The workplace can be a challenging environment for persons with disability depending on the type of disability and the degree of impairment. Nevertheless, PWDs can be productive at their workplace just like any other employee of the company. Below are some tips to improve your work relations and enhance performance:

  • Make your needs in relation to your disability known to your employer at the time of being recruited in the company. This will help you gain their support in making you a productive employee.
  • Endeavor to learn ad adapt to the Organizational culture of your company. It will put you at the same level with other employees who are not disabled hence help you to create good working relations with other employees. Every Organization has a unique culture which one has to learn adapt to fit in.
  • Always strive to accomplish your assignments on time and avoid using your disability as a shield for poor performance. This will make your supervisor and employer to value your contribution to the achievement of the set goals and objectives.
  • Balance your work and leisure to be more effective in accomplishing your tasks as time management is a performance indicator.

I am a young girl with a physical disability, I admire my parents’ marriage and would wish to get married too. However almost all the  women with disabilities I have met are single mothers and tell me it’s hard to be married when you have a disability, I am a Christian but I also want my own children, what should I do?

Dear reader,

Just because you have disability does not mean that you are any less human than anyone around you nor does it mean that you do not have the right to desire the kind of life you want to have.  It is wonderful that you have a model marriage that you can look up to, that is something you should not take for granted.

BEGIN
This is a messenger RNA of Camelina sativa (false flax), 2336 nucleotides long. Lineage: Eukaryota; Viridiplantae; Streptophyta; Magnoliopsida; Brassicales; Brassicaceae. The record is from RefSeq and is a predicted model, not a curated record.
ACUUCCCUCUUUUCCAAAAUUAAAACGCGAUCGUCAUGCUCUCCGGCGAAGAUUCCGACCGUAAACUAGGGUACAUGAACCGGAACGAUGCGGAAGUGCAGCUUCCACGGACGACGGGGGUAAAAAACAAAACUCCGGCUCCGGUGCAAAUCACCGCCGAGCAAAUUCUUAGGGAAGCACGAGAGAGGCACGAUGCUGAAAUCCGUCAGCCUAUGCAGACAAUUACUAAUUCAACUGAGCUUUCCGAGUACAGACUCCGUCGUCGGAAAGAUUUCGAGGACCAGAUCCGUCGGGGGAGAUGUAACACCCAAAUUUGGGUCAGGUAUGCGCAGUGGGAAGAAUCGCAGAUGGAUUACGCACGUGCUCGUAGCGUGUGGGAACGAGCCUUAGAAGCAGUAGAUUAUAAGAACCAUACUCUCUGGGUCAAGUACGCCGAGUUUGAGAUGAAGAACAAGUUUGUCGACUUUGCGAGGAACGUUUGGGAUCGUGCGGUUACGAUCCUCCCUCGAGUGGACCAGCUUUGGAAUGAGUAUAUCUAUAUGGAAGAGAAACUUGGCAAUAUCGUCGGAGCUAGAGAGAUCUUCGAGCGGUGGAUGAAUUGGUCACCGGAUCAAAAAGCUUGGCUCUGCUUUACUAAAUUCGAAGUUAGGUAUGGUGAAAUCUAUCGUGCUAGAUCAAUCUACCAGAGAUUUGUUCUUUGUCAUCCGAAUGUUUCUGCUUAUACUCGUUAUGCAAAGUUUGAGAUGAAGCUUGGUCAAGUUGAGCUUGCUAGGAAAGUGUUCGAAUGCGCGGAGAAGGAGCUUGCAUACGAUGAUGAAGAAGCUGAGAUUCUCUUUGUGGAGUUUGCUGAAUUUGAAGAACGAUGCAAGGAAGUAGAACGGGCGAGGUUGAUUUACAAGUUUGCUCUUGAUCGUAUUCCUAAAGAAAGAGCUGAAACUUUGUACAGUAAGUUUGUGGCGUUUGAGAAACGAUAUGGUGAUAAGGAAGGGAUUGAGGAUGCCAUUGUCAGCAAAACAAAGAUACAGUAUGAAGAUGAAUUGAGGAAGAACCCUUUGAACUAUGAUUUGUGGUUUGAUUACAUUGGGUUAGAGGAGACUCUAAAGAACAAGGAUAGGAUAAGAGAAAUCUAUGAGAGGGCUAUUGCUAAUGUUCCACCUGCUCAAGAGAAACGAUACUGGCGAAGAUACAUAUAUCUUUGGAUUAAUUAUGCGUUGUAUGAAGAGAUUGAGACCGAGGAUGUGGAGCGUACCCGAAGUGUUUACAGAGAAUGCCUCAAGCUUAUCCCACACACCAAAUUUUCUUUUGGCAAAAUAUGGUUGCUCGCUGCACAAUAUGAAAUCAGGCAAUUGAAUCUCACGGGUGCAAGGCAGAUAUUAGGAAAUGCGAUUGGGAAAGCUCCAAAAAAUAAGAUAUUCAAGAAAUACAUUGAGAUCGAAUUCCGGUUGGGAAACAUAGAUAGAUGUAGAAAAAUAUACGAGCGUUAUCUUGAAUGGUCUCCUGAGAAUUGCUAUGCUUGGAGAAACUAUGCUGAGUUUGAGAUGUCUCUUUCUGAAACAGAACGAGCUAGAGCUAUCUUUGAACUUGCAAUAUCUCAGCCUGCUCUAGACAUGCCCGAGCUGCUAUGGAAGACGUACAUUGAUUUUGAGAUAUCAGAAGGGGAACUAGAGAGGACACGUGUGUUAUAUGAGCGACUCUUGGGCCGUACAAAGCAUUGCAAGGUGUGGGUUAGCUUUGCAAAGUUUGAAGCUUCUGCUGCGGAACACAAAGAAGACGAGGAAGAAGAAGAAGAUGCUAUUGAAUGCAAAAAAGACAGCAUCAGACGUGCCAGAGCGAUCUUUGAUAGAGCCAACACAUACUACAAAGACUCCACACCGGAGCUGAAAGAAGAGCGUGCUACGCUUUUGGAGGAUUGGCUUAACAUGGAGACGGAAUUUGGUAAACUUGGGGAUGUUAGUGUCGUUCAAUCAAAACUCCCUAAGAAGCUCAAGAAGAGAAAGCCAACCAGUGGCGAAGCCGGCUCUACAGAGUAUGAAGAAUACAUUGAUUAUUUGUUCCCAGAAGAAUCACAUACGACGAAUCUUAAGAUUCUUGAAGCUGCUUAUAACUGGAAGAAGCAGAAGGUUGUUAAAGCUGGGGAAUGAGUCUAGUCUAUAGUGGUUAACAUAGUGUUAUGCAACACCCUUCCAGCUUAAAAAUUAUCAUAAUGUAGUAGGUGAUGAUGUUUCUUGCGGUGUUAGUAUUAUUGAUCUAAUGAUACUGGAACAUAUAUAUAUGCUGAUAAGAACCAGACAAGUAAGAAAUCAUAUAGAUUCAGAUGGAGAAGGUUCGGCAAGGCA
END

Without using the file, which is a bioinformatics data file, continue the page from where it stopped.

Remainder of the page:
A marriage can be a success or failure despite one of the spouse having a disability, in short, just because there is absence of a disability does not guarantee a perfect marriage. Being a Christian young girl, continue upholding the Christian values you believe in, socialize with the opposite sex in a responsible manner and as you draw closer to God, He will bring the right people into your life at the right time.

  • I graduated from the university 4 years ago, I have gone for so many interviews and most of the time they keep asking me about how I will work if employed yet am blind, I feel rejected and I have given up on applying for jobs kindly advise me.

Dear Graduate,

First I would like to know the answer you give the interviewing panel whenever they ask you how you will be able to perform at work. Remember that you have to prove your worth to the prospective employer or someone else will take your chance. That notwithstanding, the fact that you’re a graduate says a lot about your employability and it is unfortunate that the unemployment rate among the youth who have graduated is rising every day. This is not to say that you should give up, but rather that you can keep applying and sharpening your interview skills as you find new approaches to respond to employers during interviews.

Something else you can also pursue is self-employment, being a young person; there are very many opportunities out there you can pursue to generate some income. Find something you are good at, perfect it and you can draw some income out of it as you continue your job search. All the best!

  • If someone was born with a disability, will my child have a disability too?

Dear reader,

There are many causes of disability: some could be hereditary while others could be caused by mutations of genes without any specific origin. It is important to have full understanding of the disability you may have as well as the risk factors involved. If the disability is hereditary, a doctor will be best placed to advice on any preventive measures that can be taken to prevent your children from acquiring the disability.